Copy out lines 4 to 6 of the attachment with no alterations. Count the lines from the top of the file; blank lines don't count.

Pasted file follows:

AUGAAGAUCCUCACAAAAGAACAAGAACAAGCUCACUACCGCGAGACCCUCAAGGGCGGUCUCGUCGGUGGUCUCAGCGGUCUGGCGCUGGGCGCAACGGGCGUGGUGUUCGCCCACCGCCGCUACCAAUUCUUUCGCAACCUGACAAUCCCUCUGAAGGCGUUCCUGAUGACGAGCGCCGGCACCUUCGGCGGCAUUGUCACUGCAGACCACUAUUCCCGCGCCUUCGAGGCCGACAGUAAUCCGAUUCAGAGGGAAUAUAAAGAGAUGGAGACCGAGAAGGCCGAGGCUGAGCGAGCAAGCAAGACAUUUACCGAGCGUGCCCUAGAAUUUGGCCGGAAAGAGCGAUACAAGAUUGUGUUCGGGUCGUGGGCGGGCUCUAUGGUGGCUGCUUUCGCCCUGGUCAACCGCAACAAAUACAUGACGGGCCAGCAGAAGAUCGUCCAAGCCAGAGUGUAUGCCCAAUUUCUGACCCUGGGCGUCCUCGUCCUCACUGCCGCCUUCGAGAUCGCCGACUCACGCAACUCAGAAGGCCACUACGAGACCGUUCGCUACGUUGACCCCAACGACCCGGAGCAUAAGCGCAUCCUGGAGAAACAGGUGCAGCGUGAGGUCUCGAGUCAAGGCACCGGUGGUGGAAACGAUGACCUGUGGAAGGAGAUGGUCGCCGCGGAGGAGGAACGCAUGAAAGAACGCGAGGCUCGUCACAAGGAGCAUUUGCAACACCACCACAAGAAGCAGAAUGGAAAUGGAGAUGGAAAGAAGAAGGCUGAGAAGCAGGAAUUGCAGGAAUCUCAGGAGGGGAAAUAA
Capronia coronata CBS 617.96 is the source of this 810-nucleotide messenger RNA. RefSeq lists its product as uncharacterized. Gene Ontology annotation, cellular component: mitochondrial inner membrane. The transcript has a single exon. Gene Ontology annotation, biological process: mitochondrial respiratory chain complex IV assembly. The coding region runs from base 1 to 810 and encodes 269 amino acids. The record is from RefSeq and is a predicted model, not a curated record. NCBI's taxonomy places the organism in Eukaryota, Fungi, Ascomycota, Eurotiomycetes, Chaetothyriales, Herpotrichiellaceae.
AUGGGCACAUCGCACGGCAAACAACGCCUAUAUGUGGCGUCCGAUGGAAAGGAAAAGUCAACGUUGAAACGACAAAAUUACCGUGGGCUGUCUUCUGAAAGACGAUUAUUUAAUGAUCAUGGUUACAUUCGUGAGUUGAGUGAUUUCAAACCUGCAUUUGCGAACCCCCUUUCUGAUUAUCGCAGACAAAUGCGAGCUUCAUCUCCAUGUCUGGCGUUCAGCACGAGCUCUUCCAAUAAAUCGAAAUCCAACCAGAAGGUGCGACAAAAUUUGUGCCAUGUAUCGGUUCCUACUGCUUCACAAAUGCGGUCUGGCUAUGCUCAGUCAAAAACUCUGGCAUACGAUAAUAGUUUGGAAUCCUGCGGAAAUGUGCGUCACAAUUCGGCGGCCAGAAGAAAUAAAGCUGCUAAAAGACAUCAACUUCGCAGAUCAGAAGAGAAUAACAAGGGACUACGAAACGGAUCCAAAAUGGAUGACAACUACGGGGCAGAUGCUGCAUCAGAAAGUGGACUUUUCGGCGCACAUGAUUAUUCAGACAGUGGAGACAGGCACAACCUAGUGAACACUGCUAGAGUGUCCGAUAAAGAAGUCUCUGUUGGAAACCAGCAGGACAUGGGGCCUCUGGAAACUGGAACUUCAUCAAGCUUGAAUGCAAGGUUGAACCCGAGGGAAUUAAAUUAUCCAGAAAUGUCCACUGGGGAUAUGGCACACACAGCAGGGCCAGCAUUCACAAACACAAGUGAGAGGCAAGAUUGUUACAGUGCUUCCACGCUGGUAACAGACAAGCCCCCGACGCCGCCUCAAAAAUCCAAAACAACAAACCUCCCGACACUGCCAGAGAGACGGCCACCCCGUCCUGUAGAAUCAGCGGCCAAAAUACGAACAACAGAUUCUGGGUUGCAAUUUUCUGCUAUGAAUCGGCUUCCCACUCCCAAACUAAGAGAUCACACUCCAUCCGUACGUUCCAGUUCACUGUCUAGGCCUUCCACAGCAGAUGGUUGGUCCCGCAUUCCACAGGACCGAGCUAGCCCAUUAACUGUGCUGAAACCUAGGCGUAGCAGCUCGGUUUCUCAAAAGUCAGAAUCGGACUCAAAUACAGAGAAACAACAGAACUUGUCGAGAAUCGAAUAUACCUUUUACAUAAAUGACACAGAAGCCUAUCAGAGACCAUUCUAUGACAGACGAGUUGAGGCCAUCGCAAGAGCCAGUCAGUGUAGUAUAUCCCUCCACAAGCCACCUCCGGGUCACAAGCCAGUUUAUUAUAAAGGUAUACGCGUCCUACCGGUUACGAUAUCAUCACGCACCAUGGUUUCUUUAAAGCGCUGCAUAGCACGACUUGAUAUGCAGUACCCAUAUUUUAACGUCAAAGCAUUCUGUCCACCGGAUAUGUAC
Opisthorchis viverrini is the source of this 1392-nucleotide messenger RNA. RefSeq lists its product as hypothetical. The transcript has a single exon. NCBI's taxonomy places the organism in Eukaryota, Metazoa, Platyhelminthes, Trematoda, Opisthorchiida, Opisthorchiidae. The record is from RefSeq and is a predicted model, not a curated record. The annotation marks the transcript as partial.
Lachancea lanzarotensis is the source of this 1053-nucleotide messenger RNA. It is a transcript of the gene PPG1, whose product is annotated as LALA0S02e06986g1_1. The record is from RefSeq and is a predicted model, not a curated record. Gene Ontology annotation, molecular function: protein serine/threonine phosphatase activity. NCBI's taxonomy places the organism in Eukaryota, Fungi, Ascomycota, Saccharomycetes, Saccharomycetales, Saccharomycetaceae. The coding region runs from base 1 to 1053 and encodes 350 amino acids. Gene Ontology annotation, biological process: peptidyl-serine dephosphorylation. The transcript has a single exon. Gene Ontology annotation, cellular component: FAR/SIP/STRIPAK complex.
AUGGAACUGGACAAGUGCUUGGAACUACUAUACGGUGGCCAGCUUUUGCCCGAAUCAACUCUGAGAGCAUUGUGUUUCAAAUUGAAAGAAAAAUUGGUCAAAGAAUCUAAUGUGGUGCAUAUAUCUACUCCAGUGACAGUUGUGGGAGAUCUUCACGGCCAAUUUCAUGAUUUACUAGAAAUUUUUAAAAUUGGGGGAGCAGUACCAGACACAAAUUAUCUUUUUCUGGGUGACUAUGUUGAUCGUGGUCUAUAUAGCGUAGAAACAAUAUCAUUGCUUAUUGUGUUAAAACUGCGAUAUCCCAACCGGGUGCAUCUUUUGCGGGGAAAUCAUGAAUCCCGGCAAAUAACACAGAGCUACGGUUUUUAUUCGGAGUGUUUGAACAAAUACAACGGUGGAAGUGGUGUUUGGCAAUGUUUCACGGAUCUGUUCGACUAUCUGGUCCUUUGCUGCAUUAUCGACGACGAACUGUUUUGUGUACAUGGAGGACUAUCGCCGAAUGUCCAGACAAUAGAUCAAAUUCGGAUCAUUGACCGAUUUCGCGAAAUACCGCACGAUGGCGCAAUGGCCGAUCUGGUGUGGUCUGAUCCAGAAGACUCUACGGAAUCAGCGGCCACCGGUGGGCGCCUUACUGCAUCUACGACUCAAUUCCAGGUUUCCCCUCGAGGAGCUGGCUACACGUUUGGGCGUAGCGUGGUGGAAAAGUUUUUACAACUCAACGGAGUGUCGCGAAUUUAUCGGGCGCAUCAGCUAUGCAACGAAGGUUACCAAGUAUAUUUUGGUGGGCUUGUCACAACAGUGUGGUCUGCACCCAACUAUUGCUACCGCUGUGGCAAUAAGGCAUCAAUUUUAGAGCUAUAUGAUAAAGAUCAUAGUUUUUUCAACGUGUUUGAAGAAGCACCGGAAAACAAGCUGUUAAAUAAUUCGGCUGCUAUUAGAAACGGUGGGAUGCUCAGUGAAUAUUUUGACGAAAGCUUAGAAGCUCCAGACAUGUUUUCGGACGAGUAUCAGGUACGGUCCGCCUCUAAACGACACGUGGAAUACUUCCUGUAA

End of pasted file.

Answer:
Opisthorchis viverrini is the source of this 1392-nucleotide messenger RNA. RefSeq lists its product as hypothetical. The transcript has a single exon. NCBI's taxonomy places the organism in Eukaryota, Metazoa, Platyhelminthes, Trematoda, Opisthorchiida, Opisthorchiidae. The record is from RefSeq and is a predicted model, not a curated record. The annotation marks the transcript as partial.
Lachancea lanzarotensis is the source of this 1053-nucleotide messenger RNA. It is a transcript of the gene PPG1, whose product is annotated as LALA0S02e06986g1_1. The record is from RefSeq and is a predicted model, not a curated record. Gene Ontology annotation, molecular function: protein serine/threonine phosphatase activity. NCBI's taxonomy places the organism in Eukaryota, Fungi, Ascomycota, Saccharomycetes, Saccharomycetales, Saccharomycetaceae. The coding region runs from base 1 to 1053 and encodes 350 amino acids. Gene Ontology annotation, biological process: peptidyl-serine dephosphorylation. The transcript has a single exon. Gene Ontology annotation, cellular component: FAR/SIP/STRIPAK complex.
AUGGAACUGGACAAGUGCUUGGAACUACUAUACGGUGGCCAGCUUUUGCCCGAAUCAACUCUGAGAGCAUUGUGUUUCAAAUUGAAAGAAAAAUUGGUCAAAGAAUCUAAUGUGGUGCAUAUAUCUACUCCAGUGACAGUUGUGGGAGAUCUUCACGGCCAAUUUCAUGAUUUACUAGAAAUUUUUAAAAUUGGGGGAGCAGUACCAGACACAAAUUAUCUUUUUCUGGGUGACUAUGUUGAUCGUGGUCUAUAUAGCGUAGAAACAAUAUCAUUGCUUAUUGUGUUAAAACUGCGAUAUCCCAACCGGGUGCAUCUUUUGCGGGGAAAUCAUGAAUCCCGGCAAAUAACACAGAGCUACGGUUUUUAUUCGGAGUGUUUGAACAAAUACAACGGUGGAAGUGGUGUUUGGCAAUGUUUCACGGAUCUGUUCGACUAUCUGGUCCUUUGCUGCAUUAUCGACGACGAACUGUUUUGUGUACAUGGAGGACUAUCGCCGAAUGUCCAGACAAUAGAUCAAAUUCGGAUCAUUGACCGAUUUCGCGAAAUACCGCACGAUGGCGCAAUGGCCGAUCUGGUGUGGUCUGAUCCAGAAGACUCUACGGAAUCAGCGGCCACCGGUGGGCGCCUUACUGCAUCUACGACUCAAUUCCAGGUUUCCCCUCGAGGAGCUGGCUACACGUUUGGGCGUAGCGUGGUGGAAAAGUUUUUACAACUCAACGGAGUGUCGCGAAUUUAUCGGGCGCAUCAGCUAUGCAACGAAGGUUACCAAGUAUAUUUUGGUGGGCUUGUCACAACAGUGUGGUCUGCACCCAACUAUUGCUACCGCUGUGGCAAUAAGGCAUCAAUUUUAGAGCUAUAUGAUAAAGAUCAUAGUUUUUUCAACGUGUUUGAAGAAGCACCGGAAAACAAGCUGUUAAAUAAUUCGGCUGCUAUUAGAAACGGUGGGAUGCUCAGUGAAUAUUUUGACGAAAGCUUAGAAGCUCCAGACAUGUUUUCGGACGAGUAUCAGGUACGGUCCGCCUCUAAACGACACGUGGAAUACUUCCUGUAA